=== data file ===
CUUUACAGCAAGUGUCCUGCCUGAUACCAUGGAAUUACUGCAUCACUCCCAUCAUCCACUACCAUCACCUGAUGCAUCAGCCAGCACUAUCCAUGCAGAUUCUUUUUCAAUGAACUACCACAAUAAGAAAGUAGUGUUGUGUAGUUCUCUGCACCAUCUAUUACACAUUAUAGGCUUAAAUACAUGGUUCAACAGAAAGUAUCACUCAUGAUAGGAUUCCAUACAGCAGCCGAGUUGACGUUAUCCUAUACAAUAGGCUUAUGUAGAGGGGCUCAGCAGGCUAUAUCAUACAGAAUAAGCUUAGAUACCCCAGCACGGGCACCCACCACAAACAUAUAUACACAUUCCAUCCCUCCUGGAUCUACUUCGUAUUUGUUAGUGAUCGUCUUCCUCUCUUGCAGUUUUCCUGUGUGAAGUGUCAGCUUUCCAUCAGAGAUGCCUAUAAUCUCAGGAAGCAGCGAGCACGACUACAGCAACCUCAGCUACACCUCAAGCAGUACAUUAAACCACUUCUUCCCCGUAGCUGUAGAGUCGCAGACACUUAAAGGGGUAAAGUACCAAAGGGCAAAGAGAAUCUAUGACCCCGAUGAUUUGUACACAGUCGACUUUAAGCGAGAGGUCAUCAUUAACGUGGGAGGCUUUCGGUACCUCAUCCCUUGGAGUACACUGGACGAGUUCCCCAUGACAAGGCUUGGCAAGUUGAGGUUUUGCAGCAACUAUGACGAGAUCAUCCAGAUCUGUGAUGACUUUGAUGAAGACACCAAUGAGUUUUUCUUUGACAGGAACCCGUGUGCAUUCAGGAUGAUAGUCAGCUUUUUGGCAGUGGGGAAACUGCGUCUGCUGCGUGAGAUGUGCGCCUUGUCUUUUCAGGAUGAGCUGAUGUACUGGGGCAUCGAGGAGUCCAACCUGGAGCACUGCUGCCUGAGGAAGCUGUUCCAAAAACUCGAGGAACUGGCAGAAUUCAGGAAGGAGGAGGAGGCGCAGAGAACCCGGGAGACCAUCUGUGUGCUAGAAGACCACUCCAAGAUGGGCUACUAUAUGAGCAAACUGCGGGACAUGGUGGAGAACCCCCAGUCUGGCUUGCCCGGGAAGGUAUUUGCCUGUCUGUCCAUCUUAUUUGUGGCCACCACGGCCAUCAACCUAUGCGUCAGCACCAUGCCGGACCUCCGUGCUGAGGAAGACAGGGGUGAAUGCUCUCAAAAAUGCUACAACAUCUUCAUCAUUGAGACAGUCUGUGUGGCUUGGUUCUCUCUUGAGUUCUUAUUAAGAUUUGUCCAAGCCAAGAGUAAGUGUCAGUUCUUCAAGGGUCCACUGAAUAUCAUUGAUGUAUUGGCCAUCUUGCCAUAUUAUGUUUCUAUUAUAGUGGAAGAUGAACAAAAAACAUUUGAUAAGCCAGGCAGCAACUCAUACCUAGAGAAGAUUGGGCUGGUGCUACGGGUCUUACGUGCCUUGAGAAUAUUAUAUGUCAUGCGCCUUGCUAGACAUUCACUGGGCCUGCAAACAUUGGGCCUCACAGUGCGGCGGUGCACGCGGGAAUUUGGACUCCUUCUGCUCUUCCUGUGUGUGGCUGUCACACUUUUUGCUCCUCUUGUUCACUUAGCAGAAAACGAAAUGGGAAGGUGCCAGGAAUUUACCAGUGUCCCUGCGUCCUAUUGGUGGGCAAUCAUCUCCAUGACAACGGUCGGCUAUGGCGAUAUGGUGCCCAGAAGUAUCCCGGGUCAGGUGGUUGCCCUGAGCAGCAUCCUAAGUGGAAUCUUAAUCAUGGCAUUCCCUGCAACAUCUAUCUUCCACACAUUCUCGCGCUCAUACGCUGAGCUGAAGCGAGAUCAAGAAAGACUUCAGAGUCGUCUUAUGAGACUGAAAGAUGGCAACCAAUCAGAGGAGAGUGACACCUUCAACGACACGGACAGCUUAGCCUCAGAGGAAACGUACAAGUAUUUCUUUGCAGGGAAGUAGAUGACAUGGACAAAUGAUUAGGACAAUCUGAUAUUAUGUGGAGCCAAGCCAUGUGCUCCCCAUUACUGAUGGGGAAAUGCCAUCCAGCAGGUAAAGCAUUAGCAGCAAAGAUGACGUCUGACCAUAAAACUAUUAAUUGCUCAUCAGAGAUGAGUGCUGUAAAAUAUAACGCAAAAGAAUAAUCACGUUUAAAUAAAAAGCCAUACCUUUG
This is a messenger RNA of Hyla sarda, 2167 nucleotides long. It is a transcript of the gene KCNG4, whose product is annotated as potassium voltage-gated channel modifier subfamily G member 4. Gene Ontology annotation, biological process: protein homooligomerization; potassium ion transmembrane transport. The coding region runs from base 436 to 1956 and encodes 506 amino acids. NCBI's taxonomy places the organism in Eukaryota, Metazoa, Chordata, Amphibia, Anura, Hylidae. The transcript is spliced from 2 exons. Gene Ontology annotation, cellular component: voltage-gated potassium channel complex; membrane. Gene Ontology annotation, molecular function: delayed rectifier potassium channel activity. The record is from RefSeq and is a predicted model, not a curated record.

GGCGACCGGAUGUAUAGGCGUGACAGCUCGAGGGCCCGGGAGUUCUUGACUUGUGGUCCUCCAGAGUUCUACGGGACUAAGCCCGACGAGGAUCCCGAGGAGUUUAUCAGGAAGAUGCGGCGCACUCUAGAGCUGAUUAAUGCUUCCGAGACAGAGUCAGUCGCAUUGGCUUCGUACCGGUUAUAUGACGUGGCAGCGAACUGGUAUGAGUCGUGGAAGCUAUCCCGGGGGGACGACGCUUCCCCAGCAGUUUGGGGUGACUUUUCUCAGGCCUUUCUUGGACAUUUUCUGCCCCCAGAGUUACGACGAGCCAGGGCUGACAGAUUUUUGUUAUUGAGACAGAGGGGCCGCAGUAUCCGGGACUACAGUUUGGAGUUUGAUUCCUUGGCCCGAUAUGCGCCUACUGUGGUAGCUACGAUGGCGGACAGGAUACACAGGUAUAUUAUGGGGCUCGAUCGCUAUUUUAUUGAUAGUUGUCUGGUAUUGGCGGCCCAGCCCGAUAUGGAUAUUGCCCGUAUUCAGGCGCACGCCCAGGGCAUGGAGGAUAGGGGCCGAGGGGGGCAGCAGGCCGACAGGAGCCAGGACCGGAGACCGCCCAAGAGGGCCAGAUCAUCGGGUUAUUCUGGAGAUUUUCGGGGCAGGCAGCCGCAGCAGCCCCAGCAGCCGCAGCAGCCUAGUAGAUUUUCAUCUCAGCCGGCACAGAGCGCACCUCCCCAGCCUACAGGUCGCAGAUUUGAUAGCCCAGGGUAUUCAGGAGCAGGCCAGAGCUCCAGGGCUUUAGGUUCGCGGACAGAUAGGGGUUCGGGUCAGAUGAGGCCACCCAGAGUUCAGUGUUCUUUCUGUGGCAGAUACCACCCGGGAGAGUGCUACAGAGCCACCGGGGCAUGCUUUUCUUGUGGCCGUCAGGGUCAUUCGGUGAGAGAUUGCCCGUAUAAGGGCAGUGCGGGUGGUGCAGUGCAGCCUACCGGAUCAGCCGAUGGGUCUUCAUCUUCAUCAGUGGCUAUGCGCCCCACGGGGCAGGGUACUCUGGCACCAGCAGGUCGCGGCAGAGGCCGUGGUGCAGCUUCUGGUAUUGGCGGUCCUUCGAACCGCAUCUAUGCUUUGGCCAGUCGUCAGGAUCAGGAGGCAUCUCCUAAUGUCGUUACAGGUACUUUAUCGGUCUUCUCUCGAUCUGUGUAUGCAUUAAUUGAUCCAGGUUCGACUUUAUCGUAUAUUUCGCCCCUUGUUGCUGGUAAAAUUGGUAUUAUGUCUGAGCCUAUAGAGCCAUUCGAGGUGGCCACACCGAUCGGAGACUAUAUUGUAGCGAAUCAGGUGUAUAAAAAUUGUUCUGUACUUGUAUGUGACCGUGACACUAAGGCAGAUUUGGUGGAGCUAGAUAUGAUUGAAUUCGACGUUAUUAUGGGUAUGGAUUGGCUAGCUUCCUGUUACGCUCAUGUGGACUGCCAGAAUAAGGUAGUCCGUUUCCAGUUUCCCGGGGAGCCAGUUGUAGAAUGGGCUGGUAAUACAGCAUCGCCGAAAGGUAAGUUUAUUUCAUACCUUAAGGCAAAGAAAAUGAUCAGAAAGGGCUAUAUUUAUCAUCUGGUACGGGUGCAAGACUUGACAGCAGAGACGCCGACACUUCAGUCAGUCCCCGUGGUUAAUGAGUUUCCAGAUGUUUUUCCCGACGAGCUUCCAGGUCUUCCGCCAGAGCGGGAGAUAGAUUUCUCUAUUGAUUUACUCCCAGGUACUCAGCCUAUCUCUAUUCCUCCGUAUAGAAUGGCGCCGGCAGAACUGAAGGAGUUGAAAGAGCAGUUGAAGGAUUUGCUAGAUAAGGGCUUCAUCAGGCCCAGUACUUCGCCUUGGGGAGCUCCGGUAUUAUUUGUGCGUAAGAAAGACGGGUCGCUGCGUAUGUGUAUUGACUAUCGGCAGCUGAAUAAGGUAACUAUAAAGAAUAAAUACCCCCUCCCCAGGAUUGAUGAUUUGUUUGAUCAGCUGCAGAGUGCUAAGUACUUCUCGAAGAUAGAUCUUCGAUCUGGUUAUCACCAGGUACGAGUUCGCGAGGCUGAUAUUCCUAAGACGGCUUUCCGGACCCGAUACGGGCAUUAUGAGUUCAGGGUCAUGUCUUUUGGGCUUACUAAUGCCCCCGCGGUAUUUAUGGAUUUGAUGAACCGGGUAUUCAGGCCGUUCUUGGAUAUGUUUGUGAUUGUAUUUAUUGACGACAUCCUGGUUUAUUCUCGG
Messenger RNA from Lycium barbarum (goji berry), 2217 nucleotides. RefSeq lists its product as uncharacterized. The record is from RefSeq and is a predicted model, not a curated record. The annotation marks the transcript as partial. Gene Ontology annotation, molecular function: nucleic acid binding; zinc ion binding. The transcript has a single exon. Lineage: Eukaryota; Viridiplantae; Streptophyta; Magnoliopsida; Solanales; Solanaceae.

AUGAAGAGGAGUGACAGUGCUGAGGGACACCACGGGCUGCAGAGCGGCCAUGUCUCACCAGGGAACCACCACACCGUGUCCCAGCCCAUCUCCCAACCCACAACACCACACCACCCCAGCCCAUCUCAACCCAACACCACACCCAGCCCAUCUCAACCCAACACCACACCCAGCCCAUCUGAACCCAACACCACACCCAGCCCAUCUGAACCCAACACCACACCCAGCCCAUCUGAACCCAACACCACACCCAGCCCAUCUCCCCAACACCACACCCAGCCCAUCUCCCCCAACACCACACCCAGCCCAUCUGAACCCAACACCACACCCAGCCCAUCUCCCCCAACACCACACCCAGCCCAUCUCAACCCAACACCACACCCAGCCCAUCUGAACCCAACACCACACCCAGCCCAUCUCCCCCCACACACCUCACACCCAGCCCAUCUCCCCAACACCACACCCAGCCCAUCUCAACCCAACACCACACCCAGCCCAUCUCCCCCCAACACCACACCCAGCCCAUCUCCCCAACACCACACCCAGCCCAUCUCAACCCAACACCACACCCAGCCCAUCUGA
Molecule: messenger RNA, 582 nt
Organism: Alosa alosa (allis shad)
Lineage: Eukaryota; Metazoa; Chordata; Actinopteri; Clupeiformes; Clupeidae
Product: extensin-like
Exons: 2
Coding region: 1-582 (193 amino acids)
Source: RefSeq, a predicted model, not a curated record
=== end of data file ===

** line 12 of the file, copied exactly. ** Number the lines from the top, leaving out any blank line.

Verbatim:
Source: RefSeq, a predicted model, not a curated record